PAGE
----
Hemophilia Explained

Hemophilia Explained

Hemophilia, also popularly known as hemophilia, is an inherited disorder that affects the ability of blood to clot. In addition to preventive measures, long-term therapy is possible in severe cases.

What is hemophilia (blood disease)?

According to abbreviationfinder, haemophilia in childhood can often be recognized by the increased tendency to bruise. Even minor injuries can lead to severe bleeding in the tissue and joints, which causes severe pain and can deform the affected joints if not treated adequately.

Haemophilia or bleeding disorder is a disease in which blood clotting is disturbed. This means that blood that escapes from a wound in a sick person either coagulates very slowly or not at all.

There are two variants of hemophilia; hemophilia A and hemophilia B. Hemophilia B is the rarer of the two diseases; about 85% of those affected have hemophilia A. Although the symptoms of hemophilia A and hemophilia B hardly differ, the coagulation factors involved are different in the two forms of the hemophilia.

Coagulation factor VIII is affected in hemophilia A and factor XI in hemophilia B. In Germany, about every 10,000th person is affected by hemophilia. Haemophilia is one of the most common hereditary diseases.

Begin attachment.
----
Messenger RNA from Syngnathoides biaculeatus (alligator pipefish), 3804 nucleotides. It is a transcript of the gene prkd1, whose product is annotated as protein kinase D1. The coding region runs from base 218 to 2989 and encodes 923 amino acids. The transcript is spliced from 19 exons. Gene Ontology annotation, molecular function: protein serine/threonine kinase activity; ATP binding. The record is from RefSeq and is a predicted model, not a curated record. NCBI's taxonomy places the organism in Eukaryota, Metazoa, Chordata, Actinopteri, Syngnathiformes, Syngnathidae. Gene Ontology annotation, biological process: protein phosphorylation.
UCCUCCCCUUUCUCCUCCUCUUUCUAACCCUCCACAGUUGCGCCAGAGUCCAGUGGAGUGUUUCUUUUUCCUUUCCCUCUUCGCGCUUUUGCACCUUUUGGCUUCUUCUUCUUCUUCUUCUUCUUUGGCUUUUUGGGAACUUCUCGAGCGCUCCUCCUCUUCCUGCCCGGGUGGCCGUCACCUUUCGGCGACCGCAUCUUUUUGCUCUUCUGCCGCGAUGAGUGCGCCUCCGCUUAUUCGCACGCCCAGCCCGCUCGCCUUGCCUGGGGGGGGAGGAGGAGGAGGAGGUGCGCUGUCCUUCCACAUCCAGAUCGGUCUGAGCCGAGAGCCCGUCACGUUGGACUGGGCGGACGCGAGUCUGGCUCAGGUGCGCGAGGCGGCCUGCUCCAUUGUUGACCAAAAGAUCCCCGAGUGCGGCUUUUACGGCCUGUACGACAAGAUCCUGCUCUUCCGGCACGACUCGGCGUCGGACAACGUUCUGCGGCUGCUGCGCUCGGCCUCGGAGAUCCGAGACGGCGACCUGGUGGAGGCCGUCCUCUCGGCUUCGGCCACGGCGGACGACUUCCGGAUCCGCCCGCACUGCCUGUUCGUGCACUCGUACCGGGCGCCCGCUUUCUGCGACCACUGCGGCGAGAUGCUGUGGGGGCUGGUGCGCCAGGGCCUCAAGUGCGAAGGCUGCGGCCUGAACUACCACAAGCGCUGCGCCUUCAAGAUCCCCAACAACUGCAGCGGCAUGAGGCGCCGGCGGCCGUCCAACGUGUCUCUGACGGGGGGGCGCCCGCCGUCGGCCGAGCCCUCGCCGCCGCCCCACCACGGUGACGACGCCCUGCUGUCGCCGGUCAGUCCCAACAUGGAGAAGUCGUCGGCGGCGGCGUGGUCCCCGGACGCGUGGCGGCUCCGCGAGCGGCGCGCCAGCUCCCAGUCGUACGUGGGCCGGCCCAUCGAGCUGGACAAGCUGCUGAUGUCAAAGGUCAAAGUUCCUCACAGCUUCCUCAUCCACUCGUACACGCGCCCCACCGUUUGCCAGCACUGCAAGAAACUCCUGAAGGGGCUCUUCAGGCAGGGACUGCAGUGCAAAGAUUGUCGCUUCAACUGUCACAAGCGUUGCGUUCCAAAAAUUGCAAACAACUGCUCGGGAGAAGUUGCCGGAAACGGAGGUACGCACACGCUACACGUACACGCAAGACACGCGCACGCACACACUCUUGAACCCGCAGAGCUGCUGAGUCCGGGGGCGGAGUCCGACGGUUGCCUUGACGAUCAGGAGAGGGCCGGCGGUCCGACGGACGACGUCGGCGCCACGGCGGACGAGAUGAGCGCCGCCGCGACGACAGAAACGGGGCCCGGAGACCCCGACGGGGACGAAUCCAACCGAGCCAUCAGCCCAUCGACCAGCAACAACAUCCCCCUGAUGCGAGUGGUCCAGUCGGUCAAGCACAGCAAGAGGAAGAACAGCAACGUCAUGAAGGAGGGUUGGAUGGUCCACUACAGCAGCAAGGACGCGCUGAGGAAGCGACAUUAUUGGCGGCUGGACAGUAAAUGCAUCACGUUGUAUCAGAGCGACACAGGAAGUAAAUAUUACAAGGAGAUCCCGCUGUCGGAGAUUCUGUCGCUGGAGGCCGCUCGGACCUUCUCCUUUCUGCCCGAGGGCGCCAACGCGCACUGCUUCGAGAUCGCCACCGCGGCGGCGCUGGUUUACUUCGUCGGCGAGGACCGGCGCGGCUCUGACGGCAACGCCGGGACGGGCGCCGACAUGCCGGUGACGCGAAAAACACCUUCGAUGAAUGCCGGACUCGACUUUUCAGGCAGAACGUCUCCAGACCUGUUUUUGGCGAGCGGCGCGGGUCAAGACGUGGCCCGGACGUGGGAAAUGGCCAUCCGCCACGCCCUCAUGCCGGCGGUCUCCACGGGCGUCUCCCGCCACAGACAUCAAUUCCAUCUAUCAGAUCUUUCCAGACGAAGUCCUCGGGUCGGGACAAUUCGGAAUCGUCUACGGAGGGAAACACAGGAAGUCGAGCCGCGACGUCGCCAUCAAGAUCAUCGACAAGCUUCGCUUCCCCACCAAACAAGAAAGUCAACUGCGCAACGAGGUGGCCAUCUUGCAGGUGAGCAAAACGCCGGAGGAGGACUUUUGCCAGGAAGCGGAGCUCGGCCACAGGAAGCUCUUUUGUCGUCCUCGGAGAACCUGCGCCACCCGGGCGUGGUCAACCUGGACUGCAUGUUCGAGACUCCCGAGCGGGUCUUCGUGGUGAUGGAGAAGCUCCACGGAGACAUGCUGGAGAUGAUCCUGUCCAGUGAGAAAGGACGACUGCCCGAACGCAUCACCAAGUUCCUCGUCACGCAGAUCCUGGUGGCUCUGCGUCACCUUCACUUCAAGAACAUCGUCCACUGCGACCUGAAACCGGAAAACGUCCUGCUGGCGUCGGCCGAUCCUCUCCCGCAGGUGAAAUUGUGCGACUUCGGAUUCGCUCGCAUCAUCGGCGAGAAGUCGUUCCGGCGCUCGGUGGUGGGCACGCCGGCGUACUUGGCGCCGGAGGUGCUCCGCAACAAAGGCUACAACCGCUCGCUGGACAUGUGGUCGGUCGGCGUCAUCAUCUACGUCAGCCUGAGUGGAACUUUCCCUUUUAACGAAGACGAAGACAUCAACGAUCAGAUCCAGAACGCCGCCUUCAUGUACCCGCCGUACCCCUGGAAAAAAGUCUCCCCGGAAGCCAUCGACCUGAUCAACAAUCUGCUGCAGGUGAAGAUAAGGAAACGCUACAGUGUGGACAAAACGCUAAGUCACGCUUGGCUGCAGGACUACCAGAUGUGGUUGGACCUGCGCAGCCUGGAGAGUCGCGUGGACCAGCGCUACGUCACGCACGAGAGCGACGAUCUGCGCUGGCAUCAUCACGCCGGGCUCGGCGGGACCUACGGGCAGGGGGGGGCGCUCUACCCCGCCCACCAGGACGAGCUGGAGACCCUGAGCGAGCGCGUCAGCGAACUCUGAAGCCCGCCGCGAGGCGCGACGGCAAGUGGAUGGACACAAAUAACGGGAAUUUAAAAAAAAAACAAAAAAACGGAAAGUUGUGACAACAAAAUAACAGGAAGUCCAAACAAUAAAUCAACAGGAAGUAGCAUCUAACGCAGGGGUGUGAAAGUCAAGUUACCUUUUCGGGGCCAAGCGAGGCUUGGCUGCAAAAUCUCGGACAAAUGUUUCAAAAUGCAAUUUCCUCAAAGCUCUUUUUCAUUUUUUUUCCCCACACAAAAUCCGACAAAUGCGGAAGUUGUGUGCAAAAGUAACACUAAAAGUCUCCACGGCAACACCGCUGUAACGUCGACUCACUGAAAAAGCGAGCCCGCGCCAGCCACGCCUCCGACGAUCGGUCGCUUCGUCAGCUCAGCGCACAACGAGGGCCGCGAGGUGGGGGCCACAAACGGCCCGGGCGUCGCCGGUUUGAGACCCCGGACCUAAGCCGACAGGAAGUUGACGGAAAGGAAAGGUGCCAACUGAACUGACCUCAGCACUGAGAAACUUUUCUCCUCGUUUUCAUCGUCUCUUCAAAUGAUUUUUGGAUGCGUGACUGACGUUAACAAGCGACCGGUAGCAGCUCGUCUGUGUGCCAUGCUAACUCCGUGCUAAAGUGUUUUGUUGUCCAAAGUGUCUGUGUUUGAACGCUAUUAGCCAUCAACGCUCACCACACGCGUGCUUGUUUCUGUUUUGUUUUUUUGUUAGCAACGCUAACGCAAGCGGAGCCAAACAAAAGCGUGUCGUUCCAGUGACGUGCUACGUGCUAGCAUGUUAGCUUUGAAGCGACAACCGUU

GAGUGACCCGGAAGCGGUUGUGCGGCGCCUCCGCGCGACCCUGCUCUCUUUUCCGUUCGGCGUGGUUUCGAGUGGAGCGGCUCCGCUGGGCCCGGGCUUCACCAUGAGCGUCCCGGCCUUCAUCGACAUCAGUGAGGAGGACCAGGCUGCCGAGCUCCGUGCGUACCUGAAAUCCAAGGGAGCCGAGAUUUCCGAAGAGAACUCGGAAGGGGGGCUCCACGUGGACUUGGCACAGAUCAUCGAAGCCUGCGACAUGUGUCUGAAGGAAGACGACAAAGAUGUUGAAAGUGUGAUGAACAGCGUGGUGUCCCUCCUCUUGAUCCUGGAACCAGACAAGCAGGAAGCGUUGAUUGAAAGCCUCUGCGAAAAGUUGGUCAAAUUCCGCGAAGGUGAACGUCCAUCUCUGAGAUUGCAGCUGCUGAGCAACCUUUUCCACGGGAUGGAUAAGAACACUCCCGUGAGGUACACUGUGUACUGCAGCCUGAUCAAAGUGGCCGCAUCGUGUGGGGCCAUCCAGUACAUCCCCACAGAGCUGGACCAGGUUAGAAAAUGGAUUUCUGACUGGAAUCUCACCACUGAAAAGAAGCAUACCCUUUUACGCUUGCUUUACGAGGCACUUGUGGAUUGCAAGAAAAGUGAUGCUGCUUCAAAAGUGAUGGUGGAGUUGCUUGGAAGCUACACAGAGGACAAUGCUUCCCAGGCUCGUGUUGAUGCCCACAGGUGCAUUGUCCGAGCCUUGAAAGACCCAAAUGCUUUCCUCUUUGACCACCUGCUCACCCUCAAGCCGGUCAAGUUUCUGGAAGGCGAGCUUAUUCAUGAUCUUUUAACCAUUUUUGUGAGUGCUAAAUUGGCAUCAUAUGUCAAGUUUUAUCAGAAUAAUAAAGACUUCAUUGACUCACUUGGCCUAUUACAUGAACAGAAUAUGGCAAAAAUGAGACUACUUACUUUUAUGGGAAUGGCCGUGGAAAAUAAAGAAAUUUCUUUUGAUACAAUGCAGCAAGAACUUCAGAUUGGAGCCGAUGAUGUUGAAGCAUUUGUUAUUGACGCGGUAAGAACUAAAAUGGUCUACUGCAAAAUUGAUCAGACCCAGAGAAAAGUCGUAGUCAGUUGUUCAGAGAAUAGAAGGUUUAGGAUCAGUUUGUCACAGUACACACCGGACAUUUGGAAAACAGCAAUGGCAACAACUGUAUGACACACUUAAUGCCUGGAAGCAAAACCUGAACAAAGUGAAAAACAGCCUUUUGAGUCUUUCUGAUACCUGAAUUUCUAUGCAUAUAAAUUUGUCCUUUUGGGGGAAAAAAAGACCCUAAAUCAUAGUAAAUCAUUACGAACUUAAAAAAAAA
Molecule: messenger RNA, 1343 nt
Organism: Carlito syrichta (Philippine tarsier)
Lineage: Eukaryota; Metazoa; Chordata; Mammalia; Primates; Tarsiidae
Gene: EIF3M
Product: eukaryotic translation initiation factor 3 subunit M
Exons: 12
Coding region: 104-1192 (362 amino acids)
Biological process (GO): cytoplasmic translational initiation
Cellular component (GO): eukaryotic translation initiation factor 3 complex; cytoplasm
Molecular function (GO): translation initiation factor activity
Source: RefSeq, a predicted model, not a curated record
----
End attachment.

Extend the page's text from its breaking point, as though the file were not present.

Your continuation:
The hemophilia is transmitted by the sex chromosome X. Because women have two X chromosomes, if they have a second healthy X chromosome, they can transmit hemophilia without having the disease themselves; because the hemophilia is recessively inherited.

This means that a disease only occurs when there is no second X chromosome that is intact.

Since men only have a single X chromosome in addition to a Y chromosome, they develop hemophilia if they are given a non-intact X chromosome.

This is also a reason why women are less likely to be affected by hemophilia than men.

Symptoms, Ailments & Signs

The main symptom of bleeding disorders (hemophilia) is generally an increased tendency to bleed, which usually becomes apparent in childhood. Bleeding is also more severe during operations than in healthy people. Another sign is that bleeding after an injury can be difficult to stop.

Haemophilia in childhood can often be recognized by the increased tendency to bruise. Even minor injuries can lead to severe bleeding in the tissue and joints, which causes severe pain and can deform the affected joints if not treated adequately. Cuts and abrasions are not a major problem because superficial wounds in hemophiliacs heal just as quickly as in healthy people.

There is a particular risk of bleeding in the area of ​​the head and internal organs. A typical sign of the hemophilia can be bleeding that stops at first and starts bleeding again after several hours or days. Mild hemophilia causes few symptoms because spontaneous bleeding rarely occurs.

With moderately severe hemophilia, even minor injuries can cause severe bleeding, and with severe hemophilia, spontaneous bleeding can occur for no apparent reason, which bleeds into the joints and triggers the typical joint pain (hemarthrosis).

Diagnosis & History

Symptoms of hemophilia include frequent bleeding in those affected. The tendency to bleed varies from patient to patient; Above all, this is related to how severe the deficiency of coagulation factors is in the individual.